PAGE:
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ed therefore to cast in my lot among them, and to have the same portion. The sweet language of Ruth to Naomi, exactly speaks the feelings of my heart : . Intreat me not 10 leave thee : or to return from following after thee : for whither thou goest I will go, and where thou lodgest I will lodge; thy people shall be my people, and thy God, my God. Where thou diest will I die, and there will I be buried. The Lord do so to me and more also, if aught but death part thee and me.'
My mind had been much exercised through the night, in reflections upon what I had seen and heard at the Prayer-meeting. And the morning had but just opened upon the earth, when I arose to prayer and meditation. There is somewhat peculiarly solemn in the first dawn of day, before the noisy world is risen. It very powerfully calls the soul to deyotion.
• Sweet is the breath of morn, her rising sweet With charms of earliest birds.'
I felt the influence, and having bowed the knee before the God and Father of our Lord Jesus Christ,' I entered upon the meditation of the subject, which had engaged my attention so much the preceding evening. The more I con sidered it, the more I stood convinced, that there is a seed in the earth, which the Lord hath distinguished from the world. And I felt no less conviction also, that it is divine grace alone which makes all the difference between him that serveth the Lord, and him that seryeth him not. But that I should be the object of his grace, when I sought it not, nor was even con, scious of the want of it: here appeared the greatest mystery!
I found my eyes overflowing in the contemplation of such unmerited goodness of my God towards me; and was lost in the thought, when a call at the door roused me from my meditation. It was the Traveller, whom I have before mentioned, who had kindly introduced me to the Prayer-meeting, and who was come to inquire what were my sentiments concerning it: and to offer me that assistance which I had requested of him at our first interview.
I very frankly opened my whole heart to him upon the subject, and hesitated not to tell him, how much I felt interested in what I had heard ; and particularly in the case of one who had spoken, from the similarity of his experience to my own. How, or when, (I said,) or by what means the Lord hath begun the work of
grace in my heart, I know not : but like the poor man wè read of in the Gospel, I trust I can say, that whereas I was blind, now I see.' It is, indeed, but a confused and ill-formed view of things, which I have at present, in looking at the bright objects of divine truth. I see but indistinctly, men as trees walking. Yet, I cannot but hope, that He who hath graciously touched mine eyes, will touch them again, and make me see clearly.'
• Doubt not, (replied the Traveller,) the divine faithfulness. The earnest of the Spirit' becomes no less the earnest of the promised inheritance*.' And an Apostle says, “we may be confident of this very thing, that He who hath begun a good work in us, will perform it until the day of Jesus Christ.' As nothing, under divine grace, will tend to open your apprehensions more clearly to the truth as it is in Jesus,' than the possessing right notions of the Covenant of Grace, on which the whole system of the Gospel is founded; I have brought with me a sermon, written upon the subject, and which, according to my conception, places the doctrine in the plainest point of view possible. If it be agreeable, (he added,) I will read it to you.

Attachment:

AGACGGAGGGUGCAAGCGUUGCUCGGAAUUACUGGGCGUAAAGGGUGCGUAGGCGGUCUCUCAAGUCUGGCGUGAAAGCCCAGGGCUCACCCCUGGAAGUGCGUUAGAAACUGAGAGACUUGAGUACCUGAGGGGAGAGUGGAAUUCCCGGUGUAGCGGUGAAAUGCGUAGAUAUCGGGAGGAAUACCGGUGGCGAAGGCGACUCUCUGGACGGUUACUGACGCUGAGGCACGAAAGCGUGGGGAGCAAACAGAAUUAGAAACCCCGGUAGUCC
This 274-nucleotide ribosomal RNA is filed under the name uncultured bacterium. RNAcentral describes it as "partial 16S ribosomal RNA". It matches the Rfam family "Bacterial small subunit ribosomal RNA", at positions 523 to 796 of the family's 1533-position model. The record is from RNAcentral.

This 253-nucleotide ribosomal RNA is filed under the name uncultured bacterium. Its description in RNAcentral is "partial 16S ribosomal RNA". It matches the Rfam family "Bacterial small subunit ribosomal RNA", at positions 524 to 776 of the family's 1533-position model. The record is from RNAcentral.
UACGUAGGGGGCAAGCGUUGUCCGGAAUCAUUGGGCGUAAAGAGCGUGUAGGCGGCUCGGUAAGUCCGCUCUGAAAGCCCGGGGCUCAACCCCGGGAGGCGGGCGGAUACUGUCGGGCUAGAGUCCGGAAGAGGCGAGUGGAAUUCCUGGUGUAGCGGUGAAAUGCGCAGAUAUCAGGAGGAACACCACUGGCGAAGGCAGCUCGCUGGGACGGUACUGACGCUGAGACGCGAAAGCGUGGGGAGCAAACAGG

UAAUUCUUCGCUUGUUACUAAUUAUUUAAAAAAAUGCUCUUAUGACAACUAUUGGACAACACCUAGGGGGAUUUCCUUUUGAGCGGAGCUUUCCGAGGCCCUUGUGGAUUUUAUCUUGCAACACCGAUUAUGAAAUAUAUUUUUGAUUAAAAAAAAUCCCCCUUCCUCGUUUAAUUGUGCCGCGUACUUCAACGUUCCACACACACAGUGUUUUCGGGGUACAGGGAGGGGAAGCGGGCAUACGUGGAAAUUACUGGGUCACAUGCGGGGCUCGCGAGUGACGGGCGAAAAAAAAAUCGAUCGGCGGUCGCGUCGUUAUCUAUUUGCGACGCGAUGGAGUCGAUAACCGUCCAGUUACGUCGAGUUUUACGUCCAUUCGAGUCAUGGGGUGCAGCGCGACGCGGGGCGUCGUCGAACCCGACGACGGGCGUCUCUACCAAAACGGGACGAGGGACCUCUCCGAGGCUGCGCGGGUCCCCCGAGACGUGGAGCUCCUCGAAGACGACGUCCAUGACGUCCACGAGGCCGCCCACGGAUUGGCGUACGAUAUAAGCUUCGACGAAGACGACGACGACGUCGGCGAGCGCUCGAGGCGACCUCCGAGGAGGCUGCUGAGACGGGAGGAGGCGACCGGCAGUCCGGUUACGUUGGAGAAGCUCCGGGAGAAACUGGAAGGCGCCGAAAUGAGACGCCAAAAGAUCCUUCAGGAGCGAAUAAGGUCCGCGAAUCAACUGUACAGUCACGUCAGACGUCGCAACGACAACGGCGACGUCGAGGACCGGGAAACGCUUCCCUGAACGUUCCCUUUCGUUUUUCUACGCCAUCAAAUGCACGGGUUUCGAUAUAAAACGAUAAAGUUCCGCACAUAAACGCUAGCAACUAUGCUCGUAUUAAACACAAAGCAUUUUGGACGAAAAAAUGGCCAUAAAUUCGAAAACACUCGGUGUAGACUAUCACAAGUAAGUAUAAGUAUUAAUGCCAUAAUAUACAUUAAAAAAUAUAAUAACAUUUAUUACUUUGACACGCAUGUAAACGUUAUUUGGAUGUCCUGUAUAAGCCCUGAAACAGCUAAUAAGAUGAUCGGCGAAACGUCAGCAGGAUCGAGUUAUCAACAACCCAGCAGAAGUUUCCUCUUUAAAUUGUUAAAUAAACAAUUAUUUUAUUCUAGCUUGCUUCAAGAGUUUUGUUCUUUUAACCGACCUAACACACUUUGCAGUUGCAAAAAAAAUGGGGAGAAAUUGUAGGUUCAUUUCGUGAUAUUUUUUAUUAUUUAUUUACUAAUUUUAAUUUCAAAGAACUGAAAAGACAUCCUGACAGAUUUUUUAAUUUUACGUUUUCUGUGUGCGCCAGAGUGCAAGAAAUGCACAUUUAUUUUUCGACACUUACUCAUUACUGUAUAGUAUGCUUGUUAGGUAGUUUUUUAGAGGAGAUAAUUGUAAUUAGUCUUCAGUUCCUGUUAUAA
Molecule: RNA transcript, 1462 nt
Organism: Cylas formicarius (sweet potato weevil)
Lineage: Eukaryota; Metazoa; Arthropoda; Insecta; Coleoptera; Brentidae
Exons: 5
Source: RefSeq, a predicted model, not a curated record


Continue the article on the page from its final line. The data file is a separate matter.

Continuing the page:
Compare 2 Cor. v. 5, with Ephes. i. 13. 14.
Nothing,' (I answered,) can be more desirable to me.'--He accordingly took it from his pocket, and read as follows:
Isaiah lv. 3.
THE SURE MERCIES OF DAVID.'
It was a very sweet note, which God the Holy Ghost put into the mouth of his servant the prophet, when commanding him to proclaim salvation in the mountain of Israel ; when He called it an everlasting covenant, even the sure mercies of David.' In nothing did th LORD more consult the wants and happiness of His people, than in folding the Gospel up under such a cover, and marking it by such distinguishing characters
Tell me, my brother, do you not feel a very high gratification in the consciousness, that salvation is not a work of yesterday, but founded on that everlasting love,' wherewith the LORD hath • loved his people ?'
Besides ; an everlasting covenant naturally connects with itself all those properties which are necessary to its completion and design. There must be included in it everlasting wis. dom to guide, everlasting counsel to direct, everlasting strength to secure, and everlasting faithfulness to make good all its promises. Every attribute stands engaged in its estab- .', lishment; and it is the consolation of the true believer in Christ, that all the perfections of Jehovah are pledged for the accomplishment of that purpose,
• which was purposed in Christ Jesus before the world began.' The
sure mercies of David,' imply as much to make them sure. Nothing new to God can ever arise to counteract the divine purposes concerning them. Neither can any one cir. cumstance occur, for which provision is not al. ready made. In the everlasting covenant, God himself is the only contracting party. Jeho vah answers both for himself, and for his peo
"I will: and they shall.' Such is the language of it.
Tell me once more, my brother, doth not this consideration also very highly gratify you 1? You see, that as nothing of inerit on your part could have given birth to a covenant which is from everlasting to everlasting: so nothing now of demerit shall arise to defeat its operation, which can owe nothing to you.
The subject opened to our meditation in these 'Words of the Prophet leads to the most delight